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Meal-Prepping 101: A Meal-Prep Guide for Everyone

Cooking dinner after a busy day isn't something that most people look forward to. Unfortunately, being too busy or tired to cook often leads to eating out or bringing home fast food. These options are expensive and unhealthy, especially when compared to home-cooked meals. Meal-prepping is a way to prepare a week's worth of dinners, lunches, or breakfasts so there's no need to cook or eat out on the busiest of days.

Although the idea of meal-prepping might sound difficult or time-consuming, it's a simple task that anyone can perform regardless of their budget. The time spent prepping meals in a day is minimal when you consider that you'll save time during the rest of the week. Prepping meals ahead also offers many health benefits, as people can better control their portions and tailor meals to meet the dietary needs of members of their household.

Setting Aside Time for Meal Prep

Most food items can safely last three to four days in the refrigerator. That means that unless you're preparing foods for the freezer, it's best to set aside time twice a week for meal prep. Sunday, at the beginning of the week, is often a popular time for many people to do their food preparation. Although this works for some, it may not be ideal for others' schedules. People should choose a time to prepare meals on the days when they are less busy and have several hours that they can dedicate to completing their prep.

Grocery-Shopping for Meal Prep

Before grocery-shopping, make a list of the ingredients that are needed for the week's meals. Even without a plan, one can buy staples such as pre-cut and pre-washed vegetables, grains and starches, and non-perishables. It's also important to include protein and fats, such as extra-virgin olive oil, on the shopping list. To avoid buying things that aren't needed, never go shopping without eating first, and write the grocery list so that items on the list will be easy to find in the store.

Meal-Prep Styles

Some people may have more or less time to prepare or serve their meals than others. Fortunately, meal prep is more than just one size fits all. There are several meal-prep styles that fit a wide range of needs.

Complete Meals

Some people may prefer to make an entire meal, like lasagna, in advance. Making complete meals requires minimal effort during the week, as the food only needs to reheat.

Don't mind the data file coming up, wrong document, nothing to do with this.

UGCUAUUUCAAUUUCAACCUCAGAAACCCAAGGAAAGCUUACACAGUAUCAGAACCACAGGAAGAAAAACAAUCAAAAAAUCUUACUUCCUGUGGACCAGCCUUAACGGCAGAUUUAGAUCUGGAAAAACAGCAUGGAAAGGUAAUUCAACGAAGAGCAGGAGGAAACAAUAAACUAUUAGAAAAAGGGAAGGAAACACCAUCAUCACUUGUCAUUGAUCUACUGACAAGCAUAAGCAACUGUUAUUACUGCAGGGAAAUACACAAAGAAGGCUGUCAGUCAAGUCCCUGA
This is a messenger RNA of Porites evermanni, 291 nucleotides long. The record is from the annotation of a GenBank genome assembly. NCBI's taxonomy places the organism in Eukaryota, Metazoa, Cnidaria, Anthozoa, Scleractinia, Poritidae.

Batch Cooking

This type of meal prep is good for people who are planning meals for the future. When batch cooking, a person prepares multiple batches of a dish, portions it into several meals, and freezes each meal separately. Cooking this way provides heat-and-serve meals weeks or even months later. This method can help eliminate or reduce the need for fast food on nights when there isn't time to cook.

Ingredient Prepping

Some people prefer to eat their food when it's freshly made, but they can still take steps to prepare their meals in advance. By washing, chopping up, and freezing ingredients, people can save time spent in the kitchen. Prepping ingredients may include chopping up vegetables, cooking rice, or cooking and shredding chicken. By planning meals that have common ingredients, people can reduce the number of ingredients that need preparing while also saving time. Another benefit of ingredient prepping is that it allows more variety, as people can combine ingredients to create a different meal each day if desired.

Single-Serve Meal Prep

Individual meals are great for people who are always on the go but don't want to spend money on junk food. These are one-serving meals that are made in advance, such as breakfast sandwiches and microwavable or no-cook bento-box lunches.

Weekly Menu-Planning

Meal-planning for the week is just as important as the prep. Planning meals makes it easier and faster to go shopping, and it will take the guesswork out of knowing what to prepare on prep day. For ideas, look at what ingredients are already in the home and determine what to make using them. For more inspiration, explore recipe ideas online or ask around for meal ideas. Choose dishes that share ingredients or a dish whose leftovers can be used to create an entirely different meal.

Food Safety

For safety, most of the meals that people make should be frozen or eaten within three or four days. That's the time frame that it takes many foods to go bad. Label items that go in either the refrigerator or the freezer so that it's easily known when they were made. It's also important to thaw out frozen meals properly in the refrigerator and not on the counter. When handling food, it's important to always start with clean hands and wash raw vegetables before cooking them. It's also crucial that people know what the correct internal temperature is for different food items to ensure that they are cooked to a safe temperature to eat.

By HowLongToCook.org
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